So maybe we should clarify what we each mean by 'teaching technique'?

    My private instructor for salsa (who was an Eddie protege) 'taught technique' in that he would go over in detail what aspects of my movement and posture made a move work well vs poorly. The guy I'm taking WCS from now (private and group) 'teaches technique' in that he pays tons of attention to the dynamics of the move, momentum, details of lead/follow, etc. I did not take a whole lot of Eddie classes but in my limited experience with his classes I definitely did not see any of the above.

    Actually I have never encountered a salsa teacher who 'teaches technique' in a group setting. My privates guy didn't do that in his group classes either, for the record. They all teach shines and patterns, which is what's easiest to do in a large group (Eddie's classes have like 50-100 people in them, there's barely room to do the shine anyway). I was amazed at my WCS teacher's ability to address these issues in a big group class.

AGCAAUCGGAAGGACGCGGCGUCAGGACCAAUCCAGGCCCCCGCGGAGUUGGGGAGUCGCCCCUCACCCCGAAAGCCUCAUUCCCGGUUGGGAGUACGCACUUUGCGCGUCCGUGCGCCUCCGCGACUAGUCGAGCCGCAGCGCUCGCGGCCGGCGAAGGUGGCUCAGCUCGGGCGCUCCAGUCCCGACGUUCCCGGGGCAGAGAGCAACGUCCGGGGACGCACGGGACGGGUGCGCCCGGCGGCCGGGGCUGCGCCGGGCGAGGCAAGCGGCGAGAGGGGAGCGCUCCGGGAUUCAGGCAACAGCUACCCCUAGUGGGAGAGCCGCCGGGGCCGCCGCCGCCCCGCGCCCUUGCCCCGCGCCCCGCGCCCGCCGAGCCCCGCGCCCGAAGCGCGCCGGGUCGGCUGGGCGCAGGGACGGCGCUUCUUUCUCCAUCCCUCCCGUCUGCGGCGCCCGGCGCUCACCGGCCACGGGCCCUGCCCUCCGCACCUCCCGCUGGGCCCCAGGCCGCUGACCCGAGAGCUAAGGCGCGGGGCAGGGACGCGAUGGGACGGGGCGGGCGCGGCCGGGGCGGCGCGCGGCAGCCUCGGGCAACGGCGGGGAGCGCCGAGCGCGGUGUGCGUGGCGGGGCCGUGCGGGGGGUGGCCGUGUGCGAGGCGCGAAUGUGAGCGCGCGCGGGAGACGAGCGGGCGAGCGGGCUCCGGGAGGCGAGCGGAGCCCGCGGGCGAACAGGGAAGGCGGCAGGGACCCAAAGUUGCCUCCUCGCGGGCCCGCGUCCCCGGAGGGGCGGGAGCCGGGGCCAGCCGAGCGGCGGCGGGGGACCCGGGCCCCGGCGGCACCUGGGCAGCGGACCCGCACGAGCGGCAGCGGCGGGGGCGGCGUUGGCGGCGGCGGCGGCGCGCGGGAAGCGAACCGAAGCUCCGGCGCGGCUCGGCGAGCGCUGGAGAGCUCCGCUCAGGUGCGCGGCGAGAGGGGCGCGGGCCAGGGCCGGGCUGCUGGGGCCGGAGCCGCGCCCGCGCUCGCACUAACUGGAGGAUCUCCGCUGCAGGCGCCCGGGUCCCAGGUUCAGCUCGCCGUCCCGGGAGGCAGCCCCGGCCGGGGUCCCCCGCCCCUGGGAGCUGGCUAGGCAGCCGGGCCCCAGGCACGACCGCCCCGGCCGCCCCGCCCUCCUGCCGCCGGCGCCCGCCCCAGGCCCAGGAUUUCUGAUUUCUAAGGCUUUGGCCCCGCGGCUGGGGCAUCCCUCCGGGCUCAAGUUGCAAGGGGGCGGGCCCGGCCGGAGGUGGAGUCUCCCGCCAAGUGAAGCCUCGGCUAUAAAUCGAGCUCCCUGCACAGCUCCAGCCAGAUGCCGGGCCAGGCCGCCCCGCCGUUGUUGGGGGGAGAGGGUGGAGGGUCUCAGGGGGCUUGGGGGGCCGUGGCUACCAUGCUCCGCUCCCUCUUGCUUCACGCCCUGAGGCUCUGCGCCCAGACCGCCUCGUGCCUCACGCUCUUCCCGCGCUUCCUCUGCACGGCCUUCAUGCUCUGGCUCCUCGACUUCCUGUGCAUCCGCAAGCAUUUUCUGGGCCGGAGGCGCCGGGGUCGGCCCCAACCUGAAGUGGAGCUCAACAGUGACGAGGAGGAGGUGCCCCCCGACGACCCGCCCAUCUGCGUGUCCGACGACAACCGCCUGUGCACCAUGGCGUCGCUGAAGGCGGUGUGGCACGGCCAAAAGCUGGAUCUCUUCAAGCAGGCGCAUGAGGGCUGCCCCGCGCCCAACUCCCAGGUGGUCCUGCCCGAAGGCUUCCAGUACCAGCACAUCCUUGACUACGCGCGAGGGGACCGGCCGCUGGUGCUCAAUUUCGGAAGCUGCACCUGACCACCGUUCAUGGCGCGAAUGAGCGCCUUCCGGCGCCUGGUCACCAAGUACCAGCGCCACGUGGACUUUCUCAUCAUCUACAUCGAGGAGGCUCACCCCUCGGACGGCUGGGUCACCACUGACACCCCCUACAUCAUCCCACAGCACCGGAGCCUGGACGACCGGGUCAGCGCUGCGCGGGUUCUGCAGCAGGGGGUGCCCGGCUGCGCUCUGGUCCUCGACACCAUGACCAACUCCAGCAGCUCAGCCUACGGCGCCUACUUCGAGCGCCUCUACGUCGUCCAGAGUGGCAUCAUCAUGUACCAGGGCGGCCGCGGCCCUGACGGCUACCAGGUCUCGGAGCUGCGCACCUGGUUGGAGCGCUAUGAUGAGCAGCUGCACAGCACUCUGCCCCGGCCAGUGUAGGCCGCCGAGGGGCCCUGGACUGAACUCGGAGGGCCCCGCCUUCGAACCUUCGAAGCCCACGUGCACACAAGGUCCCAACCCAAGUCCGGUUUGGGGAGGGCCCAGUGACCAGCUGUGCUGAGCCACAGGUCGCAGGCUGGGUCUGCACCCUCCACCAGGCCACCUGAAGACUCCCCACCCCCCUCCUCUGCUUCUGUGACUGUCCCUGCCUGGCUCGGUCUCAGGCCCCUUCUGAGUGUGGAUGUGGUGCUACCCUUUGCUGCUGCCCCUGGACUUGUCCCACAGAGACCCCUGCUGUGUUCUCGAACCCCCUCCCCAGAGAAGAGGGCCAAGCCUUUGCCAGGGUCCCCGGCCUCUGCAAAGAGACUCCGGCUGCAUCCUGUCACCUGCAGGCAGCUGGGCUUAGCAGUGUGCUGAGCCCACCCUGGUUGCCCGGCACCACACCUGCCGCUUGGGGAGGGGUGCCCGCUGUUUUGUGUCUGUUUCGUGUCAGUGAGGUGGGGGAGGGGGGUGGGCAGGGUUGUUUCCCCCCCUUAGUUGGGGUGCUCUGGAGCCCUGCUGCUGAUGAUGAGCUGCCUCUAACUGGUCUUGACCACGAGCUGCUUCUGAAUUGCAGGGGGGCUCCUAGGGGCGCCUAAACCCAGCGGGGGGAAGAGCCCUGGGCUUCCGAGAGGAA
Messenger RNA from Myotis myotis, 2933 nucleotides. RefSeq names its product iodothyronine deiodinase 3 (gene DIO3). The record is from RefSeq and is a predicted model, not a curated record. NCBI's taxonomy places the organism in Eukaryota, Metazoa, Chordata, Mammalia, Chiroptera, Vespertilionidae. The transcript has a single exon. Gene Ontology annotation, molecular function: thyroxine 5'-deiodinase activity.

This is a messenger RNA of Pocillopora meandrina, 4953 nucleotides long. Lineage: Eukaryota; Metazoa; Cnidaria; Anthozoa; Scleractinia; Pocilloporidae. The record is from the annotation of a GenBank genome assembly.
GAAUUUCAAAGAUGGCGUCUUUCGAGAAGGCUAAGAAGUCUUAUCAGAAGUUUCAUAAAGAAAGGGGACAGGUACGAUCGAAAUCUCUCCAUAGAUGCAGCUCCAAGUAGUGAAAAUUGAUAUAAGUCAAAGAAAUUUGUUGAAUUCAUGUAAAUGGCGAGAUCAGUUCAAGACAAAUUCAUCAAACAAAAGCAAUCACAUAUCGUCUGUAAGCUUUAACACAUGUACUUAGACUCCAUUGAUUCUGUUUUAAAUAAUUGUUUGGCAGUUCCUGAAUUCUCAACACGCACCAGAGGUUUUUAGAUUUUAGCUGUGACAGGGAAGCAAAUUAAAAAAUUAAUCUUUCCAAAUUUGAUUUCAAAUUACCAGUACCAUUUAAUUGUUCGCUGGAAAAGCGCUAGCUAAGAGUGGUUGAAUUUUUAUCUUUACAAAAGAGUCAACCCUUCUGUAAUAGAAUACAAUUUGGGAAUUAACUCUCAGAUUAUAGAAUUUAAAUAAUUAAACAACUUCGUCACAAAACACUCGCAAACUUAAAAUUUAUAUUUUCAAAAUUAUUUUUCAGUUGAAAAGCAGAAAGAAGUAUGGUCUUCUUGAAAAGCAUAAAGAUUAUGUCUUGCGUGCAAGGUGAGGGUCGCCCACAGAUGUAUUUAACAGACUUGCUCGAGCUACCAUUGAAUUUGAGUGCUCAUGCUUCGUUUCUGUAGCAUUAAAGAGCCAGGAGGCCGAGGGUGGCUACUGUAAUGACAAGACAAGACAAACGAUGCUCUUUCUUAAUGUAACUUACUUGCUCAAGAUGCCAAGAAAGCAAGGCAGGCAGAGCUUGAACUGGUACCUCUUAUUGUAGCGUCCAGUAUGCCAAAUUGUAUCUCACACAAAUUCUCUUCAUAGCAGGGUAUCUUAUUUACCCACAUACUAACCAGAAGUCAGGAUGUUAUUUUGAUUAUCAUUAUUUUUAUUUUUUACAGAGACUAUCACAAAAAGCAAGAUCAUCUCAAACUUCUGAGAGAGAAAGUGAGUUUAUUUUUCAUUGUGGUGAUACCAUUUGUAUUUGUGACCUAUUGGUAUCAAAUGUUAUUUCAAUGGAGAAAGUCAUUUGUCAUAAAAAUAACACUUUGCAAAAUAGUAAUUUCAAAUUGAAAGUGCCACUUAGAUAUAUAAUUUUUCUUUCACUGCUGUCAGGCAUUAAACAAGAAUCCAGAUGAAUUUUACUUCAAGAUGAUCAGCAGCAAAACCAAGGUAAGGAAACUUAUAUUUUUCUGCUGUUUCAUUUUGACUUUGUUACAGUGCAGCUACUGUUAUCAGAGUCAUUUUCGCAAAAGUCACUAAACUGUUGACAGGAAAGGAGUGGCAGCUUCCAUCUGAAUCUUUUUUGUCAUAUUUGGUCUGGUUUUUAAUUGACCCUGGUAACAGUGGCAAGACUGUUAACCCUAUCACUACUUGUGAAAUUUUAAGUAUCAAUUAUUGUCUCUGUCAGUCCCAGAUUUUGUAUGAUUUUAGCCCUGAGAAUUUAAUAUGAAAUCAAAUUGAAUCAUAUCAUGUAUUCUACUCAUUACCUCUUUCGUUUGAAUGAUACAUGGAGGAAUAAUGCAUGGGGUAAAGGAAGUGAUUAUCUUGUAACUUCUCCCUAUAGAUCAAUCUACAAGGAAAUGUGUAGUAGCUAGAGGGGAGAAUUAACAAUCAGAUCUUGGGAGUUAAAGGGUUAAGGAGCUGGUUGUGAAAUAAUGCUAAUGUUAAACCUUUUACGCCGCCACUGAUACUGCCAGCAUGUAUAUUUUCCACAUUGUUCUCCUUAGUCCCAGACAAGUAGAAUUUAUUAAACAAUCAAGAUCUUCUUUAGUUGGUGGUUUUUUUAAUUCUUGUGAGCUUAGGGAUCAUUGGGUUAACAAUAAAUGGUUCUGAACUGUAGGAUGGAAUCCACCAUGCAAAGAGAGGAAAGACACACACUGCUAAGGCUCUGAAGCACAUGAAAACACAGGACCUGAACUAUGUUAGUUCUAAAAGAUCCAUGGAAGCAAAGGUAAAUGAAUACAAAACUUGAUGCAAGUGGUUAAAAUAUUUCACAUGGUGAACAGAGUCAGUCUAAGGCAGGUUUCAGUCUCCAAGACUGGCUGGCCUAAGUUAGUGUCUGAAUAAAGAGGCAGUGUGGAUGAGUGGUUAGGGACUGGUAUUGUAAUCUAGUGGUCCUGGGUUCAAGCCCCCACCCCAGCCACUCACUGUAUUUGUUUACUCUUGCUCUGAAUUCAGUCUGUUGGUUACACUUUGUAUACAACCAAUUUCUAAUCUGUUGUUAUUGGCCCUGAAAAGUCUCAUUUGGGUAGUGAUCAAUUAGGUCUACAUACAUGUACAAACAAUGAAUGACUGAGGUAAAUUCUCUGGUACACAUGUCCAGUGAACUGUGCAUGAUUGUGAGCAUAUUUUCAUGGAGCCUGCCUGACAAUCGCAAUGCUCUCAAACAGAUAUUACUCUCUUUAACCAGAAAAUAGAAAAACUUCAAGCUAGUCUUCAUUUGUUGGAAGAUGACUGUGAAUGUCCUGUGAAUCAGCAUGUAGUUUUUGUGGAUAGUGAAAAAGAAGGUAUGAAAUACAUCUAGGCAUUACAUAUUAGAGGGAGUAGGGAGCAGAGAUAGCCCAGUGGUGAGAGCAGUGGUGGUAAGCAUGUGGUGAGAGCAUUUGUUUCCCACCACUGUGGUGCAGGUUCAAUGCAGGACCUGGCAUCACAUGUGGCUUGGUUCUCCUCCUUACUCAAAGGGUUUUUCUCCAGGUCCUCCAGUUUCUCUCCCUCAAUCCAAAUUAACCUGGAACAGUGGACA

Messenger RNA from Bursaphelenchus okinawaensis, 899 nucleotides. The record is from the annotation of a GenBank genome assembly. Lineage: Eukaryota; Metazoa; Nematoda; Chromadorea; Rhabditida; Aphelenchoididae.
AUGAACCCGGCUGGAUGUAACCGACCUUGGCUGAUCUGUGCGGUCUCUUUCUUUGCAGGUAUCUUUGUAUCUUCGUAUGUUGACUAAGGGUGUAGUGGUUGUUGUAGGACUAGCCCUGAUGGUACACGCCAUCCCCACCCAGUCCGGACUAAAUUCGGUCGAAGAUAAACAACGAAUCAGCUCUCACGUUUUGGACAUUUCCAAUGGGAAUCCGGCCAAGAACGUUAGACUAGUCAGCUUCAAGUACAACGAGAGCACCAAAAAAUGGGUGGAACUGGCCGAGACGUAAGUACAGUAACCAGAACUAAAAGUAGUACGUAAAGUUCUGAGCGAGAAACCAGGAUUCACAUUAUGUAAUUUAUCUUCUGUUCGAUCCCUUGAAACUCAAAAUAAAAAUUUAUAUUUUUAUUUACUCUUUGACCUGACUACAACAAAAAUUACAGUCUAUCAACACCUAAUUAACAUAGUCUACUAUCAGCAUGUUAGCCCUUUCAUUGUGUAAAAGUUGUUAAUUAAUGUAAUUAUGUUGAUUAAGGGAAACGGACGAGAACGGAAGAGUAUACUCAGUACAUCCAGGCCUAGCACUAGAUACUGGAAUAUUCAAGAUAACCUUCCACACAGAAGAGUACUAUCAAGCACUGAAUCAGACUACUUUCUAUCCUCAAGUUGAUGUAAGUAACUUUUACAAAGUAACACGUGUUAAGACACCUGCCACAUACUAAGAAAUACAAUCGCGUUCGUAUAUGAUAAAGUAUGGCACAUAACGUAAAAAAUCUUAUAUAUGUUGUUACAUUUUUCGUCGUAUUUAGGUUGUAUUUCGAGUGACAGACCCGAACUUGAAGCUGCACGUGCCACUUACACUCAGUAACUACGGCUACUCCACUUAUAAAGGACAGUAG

17. peachexploration

    peachexploration Maestro 'Timbalero' Puente

    Agree with you there, Noobster. Technique is not easiest to teach in large group settings in my opinion. Too many people with just as many needs. Especially, if it's a beginner class.

    Okay, back to venues in the NYC....:D
  18. Salsamakossa

    Salsamakossa Shine Officer


    Super duper!! I read a comment somewhere about the Yamulee gig, so I wanted to be a bit cautious, since I won't be alone. And yes, I have been to those sites to check out the info they have provided.

    K, I get your point ref. ET's technique.
  19. Salsamakossa

    Salsamakossa Shine Officer

    Just giving feedback about the NY trip. I made it to Club Cache and the Abakua Social. They were both awesome experiences. I went with no expectations and I guess that helped. I found the crowd friendly and the level of dancing very good, ranging from beginners to advanced dancers, especially at the social, which had Frankie and Lori Perez in the house on the nite. Needless to say I got a dance with Lori.. lol. I guess the only downside was probably leaving a bit early to catch those bus/train deadlines at 1.30am argh.
  20. Pax

    Pax Son Montuno

    Hi All,